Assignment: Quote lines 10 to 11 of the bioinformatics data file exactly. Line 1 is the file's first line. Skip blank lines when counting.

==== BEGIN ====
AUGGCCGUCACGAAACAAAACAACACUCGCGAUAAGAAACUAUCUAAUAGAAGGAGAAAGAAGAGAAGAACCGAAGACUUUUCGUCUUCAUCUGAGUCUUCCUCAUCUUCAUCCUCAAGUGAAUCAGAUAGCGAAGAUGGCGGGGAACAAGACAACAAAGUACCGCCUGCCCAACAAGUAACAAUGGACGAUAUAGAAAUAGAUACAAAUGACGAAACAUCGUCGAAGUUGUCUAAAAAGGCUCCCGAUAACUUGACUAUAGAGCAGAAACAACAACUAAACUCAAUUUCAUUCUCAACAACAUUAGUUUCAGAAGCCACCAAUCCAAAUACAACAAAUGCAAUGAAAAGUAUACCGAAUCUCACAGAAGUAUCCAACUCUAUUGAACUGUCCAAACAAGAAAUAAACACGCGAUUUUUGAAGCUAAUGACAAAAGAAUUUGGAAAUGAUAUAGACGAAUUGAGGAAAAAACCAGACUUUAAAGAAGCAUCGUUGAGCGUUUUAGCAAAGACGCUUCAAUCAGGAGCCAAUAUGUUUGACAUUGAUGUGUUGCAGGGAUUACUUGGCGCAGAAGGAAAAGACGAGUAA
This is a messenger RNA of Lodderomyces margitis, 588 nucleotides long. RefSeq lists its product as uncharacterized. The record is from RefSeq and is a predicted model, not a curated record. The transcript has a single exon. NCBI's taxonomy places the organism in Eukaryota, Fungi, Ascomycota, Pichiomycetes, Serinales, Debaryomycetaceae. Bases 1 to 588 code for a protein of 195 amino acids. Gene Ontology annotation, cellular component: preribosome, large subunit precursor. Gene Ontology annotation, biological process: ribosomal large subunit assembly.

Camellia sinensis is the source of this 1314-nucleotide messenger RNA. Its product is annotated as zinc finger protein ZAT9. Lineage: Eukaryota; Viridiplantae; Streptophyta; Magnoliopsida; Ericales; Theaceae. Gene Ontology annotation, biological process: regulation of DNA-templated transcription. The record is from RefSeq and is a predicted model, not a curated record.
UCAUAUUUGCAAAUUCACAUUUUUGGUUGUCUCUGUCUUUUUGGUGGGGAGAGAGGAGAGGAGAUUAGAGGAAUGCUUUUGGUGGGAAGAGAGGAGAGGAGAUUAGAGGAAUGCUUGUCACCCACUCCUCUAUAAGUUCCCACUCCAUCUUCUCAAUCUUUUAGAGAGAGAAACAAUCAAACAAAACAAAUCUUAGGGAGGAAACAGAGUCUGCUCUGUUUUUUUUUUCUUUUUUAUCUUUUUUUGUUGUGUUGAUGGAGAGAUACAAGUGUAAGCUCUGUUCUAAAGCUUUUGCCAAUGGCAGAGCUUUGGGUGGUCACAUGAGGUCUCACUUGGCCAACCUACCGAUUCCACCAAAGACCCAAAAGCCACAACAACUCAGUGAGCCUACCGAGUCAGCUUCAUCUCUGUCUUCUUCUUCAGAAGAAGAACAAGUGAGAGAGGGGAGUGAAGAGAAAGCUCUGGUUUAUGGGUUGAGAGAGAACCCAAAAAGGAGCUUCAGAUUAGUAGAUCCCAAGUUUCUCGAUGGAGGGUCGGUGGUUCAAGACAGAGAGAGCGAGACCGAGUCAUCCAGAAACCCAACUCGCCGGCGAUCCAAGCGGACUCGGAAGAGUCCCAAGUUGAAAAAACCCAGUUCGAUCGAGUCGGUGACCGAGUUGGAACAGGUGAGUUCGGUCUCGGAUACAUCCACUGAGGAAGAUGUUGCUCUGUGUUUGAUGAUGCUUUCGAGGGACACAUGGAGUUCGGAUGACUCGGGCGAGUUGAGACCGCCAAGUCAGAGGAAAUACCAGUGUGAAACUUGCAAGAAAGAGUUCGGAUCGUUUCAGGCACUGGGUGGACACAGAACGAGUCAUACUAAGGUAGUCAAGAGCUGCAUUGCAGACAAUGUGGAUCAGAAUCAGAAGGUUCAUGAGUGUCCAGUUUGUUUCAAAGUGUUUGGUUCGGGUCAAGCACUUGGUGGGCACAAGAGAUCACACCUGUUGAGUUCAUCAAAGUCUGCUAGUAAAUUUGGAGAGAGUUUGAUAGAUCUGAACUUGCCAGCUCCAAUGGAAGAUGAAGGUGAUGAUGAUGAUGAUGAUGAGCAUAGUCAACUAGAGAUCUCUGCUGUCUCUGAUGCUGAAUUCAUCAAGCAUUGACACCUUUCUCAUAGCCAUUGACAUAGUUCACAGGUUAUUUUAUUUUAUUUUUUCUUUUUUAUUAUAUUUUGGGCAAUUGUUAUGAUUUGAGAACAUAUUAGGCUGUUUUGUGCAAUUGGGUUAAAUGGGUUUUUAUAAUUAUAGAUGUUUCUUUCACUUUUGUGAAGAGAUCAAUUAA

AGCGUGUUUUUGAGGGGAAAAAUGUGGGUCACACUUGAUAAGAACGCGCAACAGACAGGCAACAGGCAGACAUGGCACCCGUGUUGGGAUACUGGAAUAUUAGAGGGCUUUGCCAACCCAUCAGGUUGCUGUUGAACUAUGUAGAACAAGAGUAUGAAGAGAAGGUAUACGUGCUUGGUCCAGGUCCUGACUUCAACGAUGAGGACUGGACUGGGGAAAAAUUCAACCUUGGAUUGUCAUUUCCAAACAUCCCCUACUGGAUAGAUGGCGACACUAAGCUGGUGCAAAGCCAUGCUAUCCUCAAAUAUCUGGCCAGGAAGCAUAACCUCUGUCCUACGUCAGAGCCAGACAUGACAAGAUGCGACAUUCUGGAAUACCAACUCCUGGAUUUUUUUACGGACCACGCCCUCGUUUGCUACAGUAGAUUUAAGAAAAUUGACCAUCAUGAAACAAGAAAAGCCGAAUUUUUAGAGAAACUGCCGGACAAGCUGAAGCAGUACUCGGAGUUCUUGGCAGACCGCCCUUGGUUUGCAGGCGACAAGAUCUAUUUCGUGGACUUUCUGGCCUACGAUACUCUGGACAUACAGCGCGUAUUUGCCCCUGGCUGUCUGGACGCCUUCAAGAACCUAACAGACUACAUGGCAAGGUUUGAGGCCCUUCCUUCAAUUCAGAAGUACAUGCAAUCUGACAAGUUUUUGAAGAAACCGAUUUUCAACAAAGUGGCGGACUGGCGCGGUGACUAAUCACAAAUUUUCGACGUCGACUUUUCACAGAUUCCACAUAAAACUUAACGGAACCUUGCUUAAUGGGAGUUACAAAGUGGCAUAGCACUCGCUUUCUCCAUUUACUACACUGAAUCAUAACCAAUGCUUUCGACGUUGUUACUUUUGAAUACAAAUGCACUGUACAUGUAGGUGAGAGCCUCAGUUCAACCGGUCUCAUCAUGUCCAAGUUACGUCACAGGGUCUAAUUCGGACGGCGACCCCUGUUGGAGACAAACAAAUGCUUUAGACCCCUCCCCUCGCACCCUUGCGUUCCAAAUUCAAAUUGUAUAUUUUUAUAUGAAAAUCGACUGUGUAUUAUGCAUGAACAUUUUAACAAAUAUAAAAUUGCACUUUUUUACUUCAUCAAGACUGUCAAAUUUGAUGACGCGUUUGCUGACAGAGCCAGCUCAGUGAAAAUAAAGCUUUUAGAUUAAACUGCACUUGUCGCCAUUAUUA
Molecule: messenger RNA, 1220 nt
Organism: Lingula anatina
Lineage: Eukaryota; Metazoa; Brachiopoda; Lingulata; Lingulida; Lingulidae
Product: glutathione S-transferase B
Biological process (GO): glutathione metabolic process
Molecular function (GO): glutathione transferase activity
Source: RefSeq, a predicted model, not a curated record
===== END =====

Biological process (GO): glutathione metabolic process
Molecular function (GO): glutathione transferase activity